The Kannada conundrum of Karnataka BJP leaders

The Kannada conundrum of Karnataka BJP leaders amid ‘Hindi hype’

Karnataka’s BJP leaders have found themselves in a tricky spot

Kannda organisations have been decrying the Centre's attempt to 'impose' Hindi in Karnataka. Credit: DH file photo.

Karnataka Governor Vajubhai R Vala addressed the joint legislative session in Hindi earlier this week and attracted criticism for neglecting Kannada.

Social media was abuzz with debates on why the governor did not speak a word of Kannada at least for courtesy’s sake. 

Earlier this month, Union Home Minister Amit Shah’s visit to Shivamogga sparked outrage as the event in which he took part displayed a banner entirely in Hindi. Also, a foundation plaque he unveiled did not have Kannada. 

Questions were raised on why the state government did not insist on Kannada. In another recent backlash, former BJP MLC and poet Doddarange Gowda received flak for stating that Hindi was a national language. He tendered an unconditional apology for his statement while clarifying that he never meant to insult Kannada.

In their attempt to strike a balance between the nationalist ideology and asserting regional identity, Karnataka’s BJP leaders have found themselves in a tricky spot. 

How are they negotiating this dichotomy between nationalism and regional identity? BJP National General Secretary C T Ravi was quick to defend Gowda, calling the backlash against Hindi as “politically-motivated”. 

Some BJP leaders that DH reached out to shared a similar opinion. Their perception is that Hindi did not come at the cost of Kannada and there is nothing wrong in identifying it as a national language. From a larger perspective, they felt embracing Hindi would help include Karnataka in the national narrative.

At a personal level, learning Hindi was crucial, for their voices to be heard in a national party.

“If I go to Parliament and talk in Kannada, nobody will understand what I am trying to share,” BJP MLC Tejaswini Gowda, who once represented the erstwhile Kanakapura constituency in Lok Sabha, said.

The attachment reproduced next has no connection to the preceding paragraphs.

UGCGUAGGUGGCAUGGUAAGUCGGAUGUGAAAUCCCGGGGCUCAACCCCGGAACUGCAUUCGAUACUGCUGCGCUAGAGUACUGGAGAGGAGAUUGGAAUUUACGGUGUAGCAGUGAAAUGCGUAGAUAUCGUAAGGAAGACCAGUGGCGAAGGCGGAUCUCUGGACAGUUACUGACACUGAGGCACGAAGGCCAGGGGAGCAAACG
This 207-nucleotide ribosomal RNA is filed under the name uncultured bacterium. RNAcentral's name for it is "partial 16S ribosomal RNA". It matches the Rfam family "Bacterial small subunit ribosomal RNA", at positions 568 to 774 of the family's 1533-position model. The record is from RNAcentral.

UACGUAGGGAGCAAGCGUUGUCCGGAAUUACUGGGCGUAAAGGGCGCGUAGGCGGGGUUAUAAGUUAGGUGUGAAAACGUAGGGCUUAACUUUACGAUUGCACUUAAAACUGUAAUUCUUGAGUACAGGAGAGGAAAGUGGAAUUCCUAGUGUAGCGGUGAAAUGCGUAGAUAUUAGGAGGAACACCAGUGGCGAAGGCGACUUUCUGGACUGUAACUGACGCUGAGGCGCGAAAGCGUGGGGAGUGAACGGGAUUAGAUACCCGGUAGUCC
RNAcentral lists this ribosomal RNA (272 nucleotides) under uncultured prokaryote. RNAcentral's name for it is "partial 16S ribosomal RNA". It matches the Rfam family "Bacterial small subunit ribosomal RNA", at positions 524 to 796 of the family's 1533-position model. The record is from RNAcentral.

“What is the harm in learning Hindi? By learning the language, it will empower me as a person. Kannada is my identity. That cannot be taken away from me.” 

However, this argument has failed to convince pro-Kannada activists, authors and linguists.

Purushotham Bilimale, a former JNU professor and author, cited the 2011 census to point out that Hindi had grown 46% between 1971 and 2011, whereas Kannada had seen a mere 3.75% growth in terms of speakers.

“Hindi grew that much as it assimilated several smaller languages,” he observes.

As for the current situation, he saw this as opportunistic politics for BJP leaders. “They need to learn Hindi to grow within BJP. For instance, Tejaswi Surya became a national leader over Pratap Simha as he was fluent in Hindi,” he says, accusing the BJP MPs from Karnataka of being “ready to sacrifice” Kannada.

In fact, a section of BJP leaders privately frown upon this because they are forced to counter the narrative that theirs is a Hindi party, which puts them on a sticky wicket. 

Even though Karnataka has not seen radical regional activism, pushing the nationalist ideology when it comes to the language will only lead to a surge of regional sentiments, political scientist Muzaffar Assadi says.

“It’s not just about Hindi being taught as a second or third language. Hindi is becoming the instrument of nationalism. Karnataka is a salad of languages as it is home to several languages and dialects. We negotiate with other languages. Hindi was being treated as one of the languages till date. But imposing Hindi might create a disenchantment,” he says.

Assadi added there needed to be a paradigm shift in understanding regional identity. “The BJP leaders should instead create a space for Kannada in North India. The Kannada language does not exist in the imagination of Hindi-speaking regions,” he says.